Nick and Yen Azzaro are producers of ephemeral art with emphasis on social activism.
Sticks and Stones, an orchestrated street happening, took place on the evening of August 5th, 2016 near the intersection of Washington and Ferris Streets in Ypsilanti. A response to negative vitriol about the city and its inhabitants, the event sought to put a face to the disparaging comments found on MLive collected for almost two years. Nearly 30 participants held posters of quotes, copied verbatim, from various articles in a line formation on the sidewalk and later in the street. The responses from participants and viewers alike were wrought with emotion.
The Learning Studio is a commercial photography studio housed in Ypsilanti Community High School, exposing students to the professional practices of the photography industry. Students have the opportunity to participate in product, portrait, food, and event photo shoots as well as learn about art direction, styling, make up and more. In addition to offering students and staff free and low cost portraits, the Studio is also dedicated to collaborating with businesses and organizations to produce marketing campaigns and fine art imagery.
The Azzaros have created and exhibited a number of community driven events ranging from transforming their previous studio into a camera obscura, to holding readings and panel discussions for partners like 826michigan. In 2015 and 2016, they held 10 exhibitions of works by regional painters, photographers, printmakers, sculptors and illustrators.
As a recipient of the Michigan Council for Arts & Cultural Affairs grant with additional support from Engage at EMU in 2016, Yen obtained twelve adult tricycles from the Brightmoor neighborhood of Detroit (which were likely used on automotive factory floors). Over five months they were refurbished at Chapelle Elementary School in Ypsilanti by representatives from Washtenaw Sheriff's Department, Ypsilanti Community Schools Automotive Repair, Cultivate Coffee and Taphouse, Ypsilanti District Library, DIYpsi, Shortpunk Cycleworks, Eastern Michigan University and FLY Children's Art Center.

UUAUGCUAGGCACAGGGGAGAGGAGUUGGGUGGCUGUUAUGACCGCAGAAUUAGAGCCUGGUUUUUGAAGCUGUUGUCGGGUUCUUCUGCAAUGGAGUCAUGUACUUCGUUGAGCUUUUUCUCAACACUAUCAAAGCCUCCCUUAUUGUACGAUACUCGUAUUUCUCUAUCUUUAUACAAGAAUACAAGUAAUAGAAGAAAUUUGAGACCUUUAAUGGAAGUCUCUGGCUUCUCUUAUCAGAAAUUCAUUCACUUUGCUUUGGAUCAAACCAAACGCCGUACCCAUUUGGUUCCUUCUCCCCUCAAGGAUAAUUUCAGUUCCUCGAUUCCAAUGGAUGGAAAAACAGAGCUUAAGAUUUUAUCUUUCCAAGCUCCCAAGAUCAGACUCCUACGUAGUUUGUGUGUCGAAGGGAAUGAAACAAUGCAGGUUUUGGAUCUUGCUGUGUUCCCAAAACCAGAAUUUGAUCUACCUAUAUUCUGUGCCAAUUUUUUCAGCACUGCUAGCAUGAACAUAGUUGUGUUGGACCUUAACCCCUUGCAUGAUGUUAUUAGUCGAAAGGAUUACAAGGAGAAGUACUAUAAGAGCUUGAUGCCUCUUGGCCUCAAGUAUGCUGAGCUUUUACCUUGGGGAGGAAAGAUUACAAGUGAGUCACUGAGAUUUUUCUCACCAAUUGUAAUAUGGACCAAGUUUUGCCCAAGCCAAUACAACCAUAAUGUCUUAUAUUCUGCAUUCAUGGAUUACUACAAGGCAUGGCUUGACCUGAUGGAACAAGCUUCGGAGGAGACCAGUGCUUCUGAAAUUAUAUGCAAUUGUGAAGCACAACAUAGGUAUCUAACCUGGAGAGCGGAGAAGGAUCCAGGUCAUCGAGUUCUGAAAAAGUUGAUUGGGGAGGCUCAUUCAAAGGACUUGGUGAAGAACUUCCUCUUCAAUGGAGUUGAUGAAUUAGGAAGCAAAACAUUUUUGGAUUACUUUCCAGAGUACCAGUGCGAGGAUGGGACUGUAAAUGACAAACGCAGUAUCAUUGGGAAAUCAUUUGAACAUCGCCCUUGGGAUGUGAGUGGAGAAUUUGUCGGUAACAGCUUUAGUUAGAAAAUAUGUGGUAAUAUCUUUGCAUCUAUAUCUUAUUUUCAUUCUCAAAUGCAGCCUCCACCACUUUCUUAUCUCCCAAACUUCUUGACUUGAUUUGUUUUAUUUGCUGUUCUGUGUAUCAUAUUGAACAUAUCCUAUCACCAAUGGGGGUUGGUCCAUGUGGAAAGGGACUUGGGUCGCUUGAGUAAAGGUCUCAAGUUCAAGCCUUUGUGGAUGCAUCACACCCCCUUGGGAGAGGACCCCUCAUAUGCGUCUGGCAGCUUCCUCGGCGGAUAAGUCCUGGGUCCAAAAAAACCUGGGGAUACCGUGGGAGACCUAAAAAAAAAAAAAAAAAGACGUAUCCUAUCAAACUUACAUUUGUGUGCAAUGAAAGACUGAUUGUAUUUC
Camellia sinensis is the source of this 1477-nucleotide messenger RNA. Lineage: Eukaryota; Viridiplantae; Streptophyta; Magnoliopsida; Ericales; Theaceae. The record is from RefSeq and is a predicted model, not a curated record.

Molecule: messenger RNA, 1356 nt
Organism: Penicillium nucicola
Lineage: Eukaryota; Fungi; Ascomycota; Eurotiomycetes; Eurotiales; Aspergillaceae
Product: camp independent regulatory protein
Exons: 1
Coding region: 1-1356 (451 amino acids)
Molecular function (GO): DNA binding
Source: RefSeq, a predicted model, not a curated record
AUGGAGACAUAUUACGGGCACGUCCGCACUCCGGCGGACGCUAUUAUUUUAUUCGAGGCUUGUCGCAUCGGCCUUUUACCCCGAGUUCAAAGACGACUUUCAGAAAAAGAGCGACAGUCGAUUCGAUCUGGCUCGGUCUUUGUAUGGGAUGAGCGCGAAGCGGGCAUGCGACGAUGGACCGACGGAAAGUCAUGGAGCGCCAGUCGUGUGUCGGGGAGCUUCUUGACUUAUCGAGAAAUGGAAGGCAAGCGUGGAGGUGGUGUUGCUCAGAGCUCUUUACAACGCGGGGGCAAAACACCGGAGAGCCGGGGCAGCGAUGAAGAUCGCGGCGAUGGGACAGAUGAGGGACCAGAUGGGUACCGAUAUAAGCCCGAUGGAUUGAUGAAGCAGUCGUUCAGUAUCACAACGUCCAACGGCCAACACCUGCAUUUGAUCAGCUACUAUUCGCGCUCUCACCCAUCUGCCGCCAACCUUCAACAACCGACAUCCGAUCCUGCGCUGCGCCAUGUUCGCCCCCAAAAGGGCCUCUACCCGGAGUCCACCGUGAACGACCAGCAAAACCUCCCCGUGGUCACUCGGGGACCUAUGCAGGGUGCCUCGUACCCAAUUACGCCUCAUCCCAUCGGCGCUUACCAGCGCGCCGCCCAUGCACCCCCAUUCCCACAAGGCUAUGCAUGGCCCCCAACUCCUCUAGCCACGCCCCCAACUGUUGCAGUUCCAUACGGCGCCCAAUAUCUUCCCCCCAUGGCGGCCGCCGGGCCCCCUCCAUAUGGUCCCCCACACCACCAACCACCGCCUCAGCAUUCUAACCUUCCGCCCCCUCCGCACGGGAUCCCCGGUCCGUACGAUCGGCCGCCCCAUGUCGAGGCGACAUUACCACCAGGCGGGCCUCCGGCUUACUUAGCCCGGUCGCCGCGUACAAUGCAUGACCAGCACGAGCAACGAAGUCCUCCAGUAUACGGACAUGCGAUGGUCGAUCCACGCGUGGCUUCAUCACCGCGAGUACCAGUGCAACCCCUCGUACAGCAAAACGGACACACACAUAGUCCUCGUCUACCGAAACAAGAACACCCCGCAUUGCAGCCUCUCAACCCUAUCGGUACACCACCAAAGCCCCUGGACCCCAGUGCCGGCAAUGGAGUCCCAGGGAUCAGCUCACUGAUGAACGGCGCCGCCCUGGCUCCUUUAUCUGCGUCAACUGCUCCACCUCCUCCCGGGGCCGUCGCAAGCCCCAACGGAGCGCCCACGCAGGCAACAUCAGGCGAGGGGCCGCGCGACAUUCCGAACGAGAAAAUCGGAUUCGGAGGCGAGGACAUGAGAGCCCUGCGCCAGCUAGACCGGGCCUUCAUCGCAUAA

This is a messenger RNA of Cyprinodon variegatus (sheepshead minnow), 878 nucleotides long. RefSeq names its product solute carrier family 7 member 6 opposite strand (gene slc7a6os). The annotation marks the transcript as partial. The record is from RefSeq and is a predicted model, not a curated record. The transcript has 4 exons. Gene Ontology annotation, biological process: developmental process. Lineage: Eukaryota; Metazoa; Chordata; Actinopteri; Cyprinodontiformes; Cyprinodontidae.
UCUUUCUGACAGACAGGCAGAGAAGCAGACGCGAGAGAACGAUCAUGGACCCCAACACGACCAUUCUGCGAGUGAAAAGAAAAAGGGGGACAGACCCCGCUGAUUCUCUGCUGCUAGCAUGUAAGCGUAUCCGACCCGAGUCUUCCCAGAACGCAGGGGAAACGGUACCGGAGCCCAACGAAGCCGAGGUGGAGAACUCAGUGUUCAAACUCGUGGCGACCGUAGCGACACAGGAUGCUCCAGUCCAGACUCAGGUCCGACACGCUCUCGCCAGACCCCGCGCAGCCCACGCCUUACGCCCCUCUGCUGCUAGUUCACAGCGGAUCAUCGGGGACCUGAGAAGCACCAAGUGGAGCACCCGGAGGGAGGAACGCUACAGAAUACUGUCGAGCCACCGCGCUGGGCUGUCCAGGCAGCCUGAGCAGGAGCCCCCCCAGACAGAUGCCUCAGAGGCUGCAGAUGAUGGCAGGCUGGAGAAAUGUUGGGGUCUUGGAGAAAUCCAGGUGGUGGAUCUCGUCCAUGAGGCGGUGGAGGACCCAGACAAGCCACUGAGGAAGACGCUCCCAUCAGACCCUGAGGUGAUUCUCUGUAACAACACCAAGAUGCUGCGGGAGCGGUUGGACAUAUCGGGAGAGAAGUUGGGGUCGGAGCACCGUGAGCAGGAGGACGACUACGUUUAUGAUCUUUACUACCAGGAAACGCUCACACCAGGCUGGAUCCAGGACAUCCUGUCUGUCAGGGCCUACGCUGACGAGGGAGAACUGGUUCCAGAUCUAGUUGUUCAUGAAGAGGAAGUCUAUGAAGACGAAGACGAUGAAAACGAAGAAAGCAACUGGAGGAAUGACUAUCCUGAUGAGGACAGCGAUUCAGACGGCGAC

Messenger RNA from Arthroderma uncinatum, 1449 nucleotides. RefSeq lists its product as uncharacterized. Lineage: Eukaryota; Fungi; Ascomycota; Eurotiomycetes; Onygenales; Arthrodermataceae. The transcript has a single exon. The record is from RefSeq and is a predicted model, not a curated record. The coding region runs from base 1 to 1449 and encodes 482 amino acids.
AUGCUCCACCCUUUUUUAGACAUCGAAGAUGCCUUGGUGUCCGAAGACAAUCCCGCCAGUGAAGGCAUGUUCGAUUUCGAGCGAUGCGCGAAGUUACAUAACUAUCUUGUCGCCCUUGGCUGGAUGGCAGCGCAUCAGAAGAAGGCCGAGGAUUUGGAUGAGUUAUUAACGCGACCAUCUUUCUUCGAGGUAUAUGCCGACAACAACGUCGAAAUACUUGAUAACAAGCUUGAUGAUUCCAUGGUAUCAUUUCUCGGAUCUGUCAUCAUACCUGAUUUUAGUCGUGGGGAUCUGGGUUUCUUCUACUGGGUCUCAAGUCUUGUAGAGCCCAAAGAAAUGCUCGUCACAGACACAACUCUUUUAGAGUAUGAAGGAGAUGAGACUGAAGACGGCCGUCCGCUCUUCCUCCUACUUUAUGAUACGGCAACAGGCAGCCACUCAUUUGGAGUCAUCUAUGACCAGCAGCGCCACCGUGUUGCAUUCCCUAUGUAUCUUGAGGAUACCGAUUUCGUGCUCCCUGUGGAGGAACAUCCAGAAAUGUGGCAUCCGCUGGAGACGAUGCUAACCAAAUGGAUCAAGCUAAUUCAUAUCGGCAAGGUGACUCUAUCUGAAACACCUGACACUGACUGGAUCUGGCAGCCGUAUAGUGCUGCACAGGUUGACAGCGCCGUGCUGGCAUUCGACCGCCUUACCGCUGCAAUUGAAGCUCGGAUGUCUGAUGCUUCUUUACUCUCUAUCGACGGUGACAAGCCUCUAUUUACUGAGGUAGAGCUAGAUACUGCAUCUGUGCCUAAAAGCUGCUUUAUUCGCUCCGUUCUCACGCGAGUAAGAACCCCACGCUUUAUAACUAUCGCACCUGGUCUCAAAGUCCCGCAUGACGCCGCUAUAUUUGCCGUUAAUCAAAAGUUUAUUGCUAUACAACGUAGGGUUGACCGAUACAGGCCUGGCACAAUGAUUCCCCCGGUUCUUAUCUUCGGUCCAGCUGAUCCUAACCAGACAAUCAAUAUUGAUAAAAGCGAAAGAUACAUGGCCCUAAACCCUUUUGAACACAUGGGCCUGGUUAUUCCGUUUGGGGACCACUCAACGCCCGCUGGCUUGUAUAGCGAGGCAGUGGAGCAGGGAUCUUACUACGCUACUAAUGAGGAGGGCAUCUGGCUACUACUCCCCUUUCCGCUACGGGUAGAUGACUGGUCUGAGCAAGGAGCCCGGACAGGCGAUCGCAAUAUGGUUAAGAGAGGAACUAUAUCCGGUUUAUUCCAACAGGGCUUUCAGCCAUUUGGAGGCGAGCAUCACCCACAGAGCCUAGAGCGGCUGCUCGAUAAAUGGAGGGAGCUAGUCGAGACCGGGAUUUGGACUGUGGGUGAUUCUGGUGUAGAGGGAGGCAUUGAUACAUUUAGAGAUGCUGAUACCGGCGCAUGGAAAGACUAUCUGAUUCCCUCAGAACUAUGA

The completed fleet of tricked out trikes were introduced at the Ypsilanti Heritage 4th of July Parade and won the Peoples' Choice Award. Each trike now belongs to the organization that worked on it.
Pop X 2015 was the inaugural launch of the outdoor art festival at Liberty Plaza in Ann Arbor organized by Ann Arbor Art Center. As a hub for transient activity, Nick focused on highlighting the people who normally inhabit the Plaza.
Nick Azzaro received the Michigan Council for Arts & Cultural Affairs grant in 2015. He taught the photography exhibition process to a student from elementary, middle and high school levels. From photographing a thematic set of images to curating, editing, framing and marketing, Front Street showcased the talents and learned skills of three driven students.
Nick Azzaro continues to work on a series of photography and mixed media addressing the experience of African-Americans and marginalized populations in this country. For more information, please contact Nick here.